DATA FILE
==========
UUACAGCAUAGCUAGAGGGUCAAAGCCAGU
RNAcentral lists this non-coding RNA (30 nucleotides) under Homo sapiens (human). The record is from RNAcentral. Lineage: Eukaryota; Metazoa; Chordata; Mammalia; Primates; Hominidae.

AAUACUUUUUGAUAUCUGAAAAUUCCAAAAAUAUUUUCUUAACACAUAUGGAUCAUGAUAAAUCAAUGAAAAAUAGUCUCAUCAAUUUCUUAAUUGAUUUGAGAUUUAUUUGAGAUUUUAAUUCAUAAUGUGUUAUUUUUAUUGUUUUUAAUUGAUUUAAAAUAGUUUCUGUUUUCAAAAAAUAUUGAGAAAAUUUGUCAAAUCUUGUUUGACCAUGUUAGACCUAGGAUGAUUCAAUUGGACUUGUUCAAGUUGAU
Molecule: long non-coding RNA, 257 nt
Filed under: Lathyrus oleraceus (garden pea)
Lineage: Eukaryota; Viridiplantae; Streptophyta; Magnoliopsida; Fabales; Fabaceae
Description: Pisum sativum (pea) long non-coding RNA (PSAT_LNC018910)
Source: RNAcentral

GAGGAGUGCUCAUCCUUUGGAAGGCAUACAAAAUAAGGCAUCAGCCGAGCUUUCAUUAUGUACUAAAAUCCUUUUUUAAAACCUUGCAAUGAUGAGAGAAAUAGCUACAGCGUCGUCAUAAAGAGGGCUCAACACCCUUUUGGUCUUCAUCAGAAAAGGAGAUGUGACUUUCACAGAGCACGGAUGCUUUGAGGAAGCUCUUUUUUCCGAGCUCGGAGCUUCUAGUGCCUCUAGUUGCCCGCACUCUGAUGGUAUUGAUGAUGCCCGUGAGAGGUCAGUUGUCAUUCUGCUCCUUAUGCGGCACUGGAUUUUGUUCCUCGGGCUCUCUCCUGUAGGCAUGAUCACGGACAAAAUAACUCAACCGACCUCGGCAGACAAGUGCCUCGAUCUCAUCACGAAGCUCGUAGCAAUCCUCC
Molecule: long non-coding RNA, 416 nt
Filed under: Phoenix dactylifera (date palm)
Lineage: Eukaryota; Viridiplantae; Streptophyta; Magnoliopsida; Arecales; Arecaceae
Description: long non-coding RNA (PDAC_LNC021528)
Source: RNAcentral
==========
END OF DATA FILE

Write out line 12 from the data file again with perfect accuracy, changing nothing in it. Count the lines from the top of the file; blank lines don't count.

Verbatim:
Lineage: Eukaryota; Viridiplantae; Streptophyta; Magnoliopsida; Arecales; Arecaceae